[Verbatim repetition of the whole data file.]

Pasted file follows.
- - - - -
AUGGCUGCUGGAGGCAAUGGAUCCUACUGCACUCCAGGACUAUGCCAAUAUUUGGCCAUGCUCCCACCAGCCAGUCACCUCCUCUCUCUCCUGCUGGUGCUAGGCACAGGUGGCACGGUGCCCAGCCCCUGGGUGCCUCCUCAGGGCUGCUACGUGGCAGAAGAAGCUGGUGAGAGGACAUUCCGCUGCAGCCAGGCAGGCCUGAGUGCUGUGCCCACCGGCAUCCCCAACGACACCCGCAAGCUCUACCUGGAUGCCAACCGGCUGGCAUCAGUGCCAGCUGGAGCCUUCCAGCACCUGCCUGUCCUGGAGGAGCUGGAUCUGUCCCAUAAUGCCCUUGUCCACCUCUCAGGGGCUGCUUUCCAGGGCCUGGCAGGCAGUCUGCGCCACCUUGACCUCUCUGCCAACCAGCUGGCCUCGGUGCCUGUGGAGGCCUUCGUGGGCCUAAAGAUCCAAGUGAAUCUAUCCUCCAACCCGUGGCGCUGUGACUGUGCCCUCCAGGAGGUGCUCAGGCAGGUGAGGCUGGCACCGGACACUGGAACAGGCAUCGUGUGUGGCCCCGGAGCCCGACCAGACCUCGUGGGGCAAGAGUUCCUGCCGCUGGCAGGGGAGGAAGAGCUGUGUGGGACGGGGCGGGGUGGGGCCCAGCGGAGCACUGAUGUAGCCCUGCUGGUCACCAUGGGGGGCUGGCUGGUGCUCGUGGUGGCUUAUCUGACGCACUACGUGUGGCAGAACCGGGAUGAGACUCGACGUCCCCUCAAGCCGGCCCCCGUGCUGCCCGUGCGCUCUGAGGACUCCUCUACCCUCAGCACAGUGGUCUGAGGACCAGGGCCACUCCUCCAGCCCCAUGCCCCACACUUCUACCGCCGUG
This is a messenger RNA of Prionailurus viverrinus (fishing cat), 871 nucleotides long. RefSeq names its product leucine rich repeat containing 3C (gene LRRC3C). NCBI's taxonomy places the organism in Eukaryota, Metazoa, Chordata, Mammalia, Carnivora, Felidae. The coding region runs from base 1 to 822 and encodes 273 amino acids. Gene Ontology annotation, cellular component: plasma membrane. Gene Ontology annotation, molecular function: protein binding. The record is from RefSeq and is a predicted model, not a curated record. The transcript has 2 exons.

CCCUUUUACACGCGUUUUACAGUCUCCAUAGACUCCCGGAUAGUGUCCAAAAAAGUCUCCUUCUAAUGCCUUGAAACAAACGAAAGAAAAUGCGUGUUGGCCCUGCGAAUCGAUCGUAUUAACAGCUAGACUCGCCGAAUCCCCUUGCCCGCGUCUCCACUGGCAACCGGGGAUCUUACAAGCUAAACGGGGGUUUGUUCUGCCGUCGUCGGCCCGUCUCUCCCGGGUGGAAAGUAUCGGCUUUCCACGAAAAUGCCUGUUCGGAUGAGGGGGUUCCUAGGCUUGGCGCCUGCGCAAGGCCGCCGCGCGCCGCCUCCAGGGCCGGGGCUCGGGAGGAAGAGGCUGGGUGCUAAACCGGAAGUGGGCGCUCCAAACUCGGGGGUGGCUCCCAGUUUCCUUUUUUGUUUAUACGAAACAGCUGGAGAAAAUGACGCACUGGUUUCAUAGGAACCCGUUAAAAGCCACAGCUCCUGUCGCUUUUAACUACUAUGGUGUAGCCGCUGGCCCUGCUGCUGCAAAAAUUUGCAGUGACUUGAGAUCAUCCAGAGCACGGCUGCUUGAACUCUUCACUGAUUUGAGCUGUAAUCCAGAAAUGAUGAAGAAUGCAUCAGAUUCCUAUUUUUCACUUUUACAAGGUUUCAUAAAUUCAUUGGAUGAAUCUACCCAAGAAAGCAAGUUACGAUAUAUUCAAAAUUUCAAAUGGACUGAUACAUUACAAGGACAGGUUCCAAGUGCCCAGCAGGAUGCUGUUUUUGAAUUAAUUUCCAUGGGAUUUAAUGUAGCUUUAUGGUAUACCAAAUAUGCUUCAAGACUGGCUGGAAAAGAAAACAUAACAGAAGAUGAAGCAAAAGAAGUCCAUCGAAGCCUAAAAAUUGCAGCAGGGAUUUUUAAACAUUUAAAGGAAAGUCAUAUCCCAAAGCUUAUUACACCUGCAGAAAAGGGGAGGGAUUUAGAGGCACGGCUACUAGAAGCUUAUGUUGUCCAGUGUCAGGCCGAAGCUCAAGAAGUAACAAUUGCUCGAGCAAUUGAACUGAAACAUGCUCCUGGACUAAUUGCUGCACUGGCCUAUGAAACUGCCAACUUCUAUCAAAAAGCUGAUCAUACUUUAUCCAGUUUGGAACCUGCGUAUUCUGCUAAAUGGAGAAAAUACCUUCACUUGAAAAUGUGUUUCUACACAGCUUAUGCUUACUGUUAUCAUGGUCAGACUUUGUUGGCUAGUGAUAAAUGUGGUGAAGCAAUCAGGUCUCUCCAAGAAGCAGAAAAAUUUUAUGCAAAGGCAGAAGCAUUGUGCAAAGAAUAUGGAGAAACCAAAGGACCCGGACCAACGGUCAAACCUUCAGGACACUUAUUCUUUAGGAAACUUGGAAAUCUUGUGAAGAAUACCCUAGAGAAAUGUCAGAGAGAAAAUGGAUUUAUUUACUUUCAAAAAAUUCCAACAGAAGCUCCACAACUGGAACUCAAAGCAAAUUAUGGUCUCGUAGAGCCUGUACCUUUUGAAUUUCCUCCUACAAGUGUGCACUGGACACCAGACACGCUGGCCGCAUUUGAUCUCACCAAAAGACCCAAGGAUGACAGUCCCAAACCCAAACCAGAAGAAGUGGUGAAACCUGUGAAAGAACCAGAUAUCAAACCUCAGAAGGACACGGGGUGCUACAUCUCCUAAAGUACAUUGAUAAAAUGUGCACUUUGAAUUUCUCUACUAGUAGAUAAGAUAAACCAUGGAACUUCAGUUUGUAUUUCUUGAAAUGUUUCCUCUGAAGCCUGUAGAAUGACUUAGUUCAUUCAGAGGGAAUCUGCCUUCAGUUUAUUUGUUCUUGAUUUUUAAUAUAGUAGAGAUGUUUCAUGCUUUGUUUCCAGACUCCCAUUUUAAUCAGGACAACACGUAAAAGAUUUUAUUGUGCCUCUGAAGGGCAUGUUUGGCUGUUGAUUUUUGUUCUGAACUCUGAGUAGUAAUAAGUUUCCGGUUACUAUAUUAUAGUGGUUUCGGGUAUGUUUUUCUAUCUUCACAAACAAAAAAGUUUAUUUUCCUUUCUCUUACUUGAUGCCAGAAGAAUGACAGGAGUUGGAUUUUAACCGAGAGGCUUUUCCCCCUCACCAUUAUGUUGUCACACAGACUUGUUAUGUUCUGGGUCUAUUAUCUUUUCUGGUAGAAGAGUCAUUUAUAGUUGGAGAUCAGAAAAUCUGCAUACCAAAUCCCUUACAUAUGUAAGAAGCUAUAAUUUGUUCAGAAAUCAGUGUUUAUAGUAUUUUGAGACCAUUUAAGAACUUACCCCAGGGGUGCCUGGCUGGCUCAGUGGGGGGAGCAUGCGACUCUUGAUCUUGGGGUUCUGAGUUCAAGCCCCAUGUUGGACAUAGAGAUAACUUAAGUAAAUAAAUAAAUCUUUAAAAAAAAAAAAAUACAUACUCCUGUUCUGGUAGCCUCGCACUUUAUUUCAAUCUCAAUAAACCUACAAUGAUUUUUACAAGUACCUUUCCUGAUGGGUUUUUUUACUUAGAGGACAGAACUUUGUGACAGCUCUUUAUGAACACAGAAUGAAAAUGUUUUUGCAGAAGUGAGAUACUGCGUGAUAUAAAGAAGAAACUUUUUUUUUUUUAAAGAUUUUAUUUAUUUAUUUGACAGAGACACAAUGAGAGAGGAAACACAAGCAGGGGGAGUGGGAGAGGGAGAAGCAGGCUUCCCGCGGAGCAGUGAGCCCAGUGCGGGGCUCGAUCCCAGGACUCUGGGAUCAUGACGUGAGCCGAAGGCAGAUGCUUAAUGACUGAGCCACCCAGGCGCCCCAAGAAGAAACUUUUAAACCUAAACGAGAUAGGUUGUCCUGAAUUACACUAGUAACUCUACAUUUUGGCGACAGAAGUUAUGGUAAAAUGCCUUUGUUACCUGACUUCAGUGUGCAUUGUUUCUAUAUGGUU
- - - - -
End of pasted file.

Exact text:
AUGGCUGCUGGAGGCAAUGGAUCCUACUGCACUCCAGGACUAUGCCAAUAUUUGGCCAUGCUCCCACCAGCCAGUCACCUCCUCUCUCUCCUGCUGGUGCUAGGCACAGGUGGCACGGUGCCCAGCCCCUGGGUGCCUCCUCAGGGCUGCUACGUGGCAGAAGAAGCUGGUGAGAGGACAUUCCGCUGCAGCCAGGCAGGCCUGAGUGCUGUGCCCACCGGCAUCCCCAACGACACCCGCAAGCUCUACCUGGAUGCCAACCGGCUGGCAUCAGUGCCAGCUGGAGCCUUCCAGCACCUGCCUGUCCUGGAGGAGCUGGAUCUGUCCCAUAAUGCCCUUGUCCACCUCUCAGGGGCUGCUUUCCAGGGCCUGGCAGGCAGUCUGCGCCACCUUGACCUCUCUGCCAACCAGCUGGCCUCGGUGCCUGUGGAGGCCUUCGUGGGCCUAAAGAUCCAAGUGAAUCUAUCCUCCAACCCGUGGCGCUGUGACUGUGCCCUCCAGGAGGUGCUCAGGCAGGUGAGGCUGGCACCGGACACUGGAACAGGCAUCGUGUGUGGCCCCGGAGCCCGACCAGACCUCGUGGGGCAAGAGUUCCUGCCGCUGGCAGGGGAGGAAGAGCUGUGUGGGACGGGGCGGGGUGGGGCCCAGCGGAGCACUGAUGUAGCCCUGCUGGUCACCAUGGGGGGCUGGCUGGUGCUCGUGGUGGCUUAUCUGACGCACUACGUGUGGCAGAACCGGGAUGAGACUCGACGUCCCCUCAAGCCGGCCCCCGUGCUGCCCGUGCGCUCUGAGGACUCCUCUACCCUCAGCACAGUGGUCUGAGGACCAGGGCCACUCCUCCAGCCCCAUGCCCCACACUUCUACCGCCGUG
This is a messenger RNA of Prionailurus viverrinus (fishing cat), 871 nucleotides long. RefSeq names its product leucine rich repeat containing 3C (gene LRRC3C). NCBI's taxonomy places the organism in Eukaryota, Metazoa, Chordata, Mammalia, Carnivora, Felidae. The coding region runs from base 1 to 822 and encodes 273 amino acids. Gene Ontology annotation, cellular component: plasma membrane. Gene Ontology annotation, molecular function: protein binding. The record is from RefSeq and is a predicted model, not a curated record. The transcript has 2 exons.

CCCUUUUACACGCGUUUUACAGUCUCCAUAGACUCCCGGAUAGUGUCCAAAAAAGUCUCCUUCUAAUGCCUUGAAACAAACGAAAGAAAAUGCGUGUUGGCCCUGCGAAUCGAUCGUAUUAACAGCUAGACUCGCCGAAUCCCCUUGCCCGCGUCUCCACUGGCAACCGGGGAUCUUACAAGCUAAACGGGGGUUUGUUCUGCCGUCGUCGGCCCGUCUCUCCCGGGUGGAAAGUAUCGGCUUUCCACGAAAAUGCCUGUUCGGAUGAGGGGGUUCCUAGGCUUGGCGCCUGCGCAAGGCCGCCGCGCGCCGCCUCCAGGGCCGGGGCUCGGGAGGAAGAGGCUGGGUGCUAAACCGGAAGUGGGCGCUCCAAACUCGGGGGUGGCUCCCAGUUUCCUUUUUUGUUUAUACGAAACAGCUGGAGAAAAUGACGCACUGGUUUCAUAGGAACCCGUUAAAAGCCACAGCUCCUGUCGCUUUUAACUACUAUGGUGUAGCCGCUGGCCCUGCUGCUGCAAAAAUUUGCAGUGACUUGAGAUCAUCCAGAGCACGGCUGCUUGAACUCUUCACUGAUUUGAGCUGUAAUCCAGAAAUGAUGAAGAAUGCAUCAGAUUCCUAUUUUUCACUUUUACAAGGUUUCAUAAAUUCAUUGGAUGAAUCUACCCAAGAAAGCAAGUUACGAUAUAUUCAAAAUUUCAAAUGGACUGAUACAUUACAAGGACAGGUUCCAAGUGCCCAGCAGGAUGCUGUUUUUGAAUUAAUUUCCAUGGGAUUUAAUGUAGCUUUAUGGUAUACCAAAUAUGCUUCAAGACUGGCUGGAAAAGAAAACAUAACAGAAGAUGAAGCAAAAGAAGUCCAUCGAAGCCUAAAAAUUGCAGCAGGGAUUUUUAAACAUUUAAAGGAAAGUCAUAUCCCAAAGCUUAUUACACCUGCAGAAAAGGGGAGGGAUUUAGAGGCACGGCUACUAGAAGCUUAUGUUGUCCAGUGUCAGGCCGAAGCUCAAGAAGUAACAAUUGCUCGAGCAAUUGAACUGAAACAUGCUCCUGGACUAAUUGCUGCACUGGCCUAUGAAACUGCCAACUUCUAUCAAAAAGCUGAUCAUACUUUAUCCAGUUUGGAACCUGCGUAUUCUGCUAAAUGGAGAAAAUACCUUCACUUGAAAAUGUGUUUCUACACAGCUUAUGCUUACUGUUAUCAUGGUCAGACUUUGUUGGCUAGUGAUAAAUGUGGUGAAGCAAUCAGGUCUCUCCAAGAAGCAGAAAAAUUUUAUGCAAAGGCAGAAGCAUUGUGCAAAGAAUAUGGAGAAACCAAAGGACCCGGACCAACGGUCAAACCUUCAGGACACUUAUUCUUUAGGAAACUUGGAAAUCUUGUGAAGAAUACCCUAGAGAAAUGUCAGAGAGAAAAUGGAUUUAUUUACUUUCAAAAAAUUCCAACAGAAGCUCCACAACUGGAACUCAAAGCAAAUUAUGGUCUCGUAGAGCCUGUACCUUUUGAAUUUCCUCCUACAAGUGUGCACUGGACACCAGACACGCUGGCCGCAUUUGAUCUCACCAAAAGACCCAAGGAUGACAGUCCCAAACCCAAACCAGAAGAAGUGGUGAAACCUGUGAAAGAACCAGAUAUCAAACCUCAGAAGGACACGGGGUGCUACAUCUCCUAAAGUACAUUGAUAAAAUGUGCACUUUGAAUUUCUCUACUAGUAGAUAAGAUAAACCAUGGAACUUCAGUUUGUAUUUCUUGAAAUGUUUCCUCUGAAGCCUGUAGAAUGACUUAGUUCAUUCAGAGGGAAUCUGCCUUCAGUUUAUUUGUUCUUGAUUUUUAAUAUAGUAGAGAUGUUUCAUGCUUUGUUUCCAGACUCCCAUUUUAAUCAGGACAACACGUAAAAGAUUUUAUUGUGCCUCUGAAGGGCAUGUUUGGCUGUUGAUUUUUGUUCUGAACUCUGAGUAGUAAUAAGUUUCCGGUUACUAUAUUAUAGUGGUUUCGGGUAUGUUUUUCUAUCUUCACAAACAAAAAAGUUUAUUUUCCUUUCUCUUACUUGAUGCCAGAAGAAUGACAGGAGUUGGAUUUUAACCGAGAGGCUUUUCCCCCUCACCAUUAUGUUGUCACACAGACUUGUUAUGUUCUGGGUCUAUUAUCUUUUCUGGUAGAAGAGUCAUUUAUAGUUGGAGAUCAGAAAAUCUGCAUACCAAAUCCCUUACAUAUGUAAGAAGCUAUAAUUUGUUCAGAAAUCAGUGUUUAUAGUAUUUUGAGACCAUUUAAGAACUUACCCCAGGGGUGCCUGGCUGGCUCAGUGGGGGGAGCAUGCGACUCUUGAUCUUGGGGUUCUGAGUUCAAGCCCCAUGUUGGACAUAGAGAUAACUUAAGUAAAUAAAUAAAUCUUUAAAAAAAAAAAAAUACAUACUCCUGUUCUGGUAGCCUCGCACUUUAUUUCAAUCUCAAUAAACCUACAAUGAUUUUUACAAGUACCUUUCCUGAUGGGUUUUUUUACUUAGAGGACAGAACUUUGUGACAGCUCUUUAUGAACACAGAAUGAAAAUGUUUUUGCAGAAGUGAGAUACUGCGUGAUAUAAAGAAGAAACUUUUUUUUUUUUAAAGAUUUUAUUUAUUUAUUUGACAGAGACACAAUGAGAGAGGAAACACAAGCAGGGGGAGUGGGAGAGGGAGAAGCAGGCUUCCCGCGGAGCAGUGAGCCCAGUGCGGGGCUCGAUCCCAGGACUCUGGGAUCAUGACGUGAGCCGAAGGCAGAUGCUUAAUGACUGAGCCACCCAGGCGCCCCAAGAAGAAACUUUUAAACCUAAACGAGAUAGGUUGUCCUGAAUUACACUAGUAACUCUACAUUUUGGCGACAGAAGUUAUGGUAAAAUGCCUUUGUUACCUGACUUCAGUGUGCAUUGUUUCUAUAUGGUU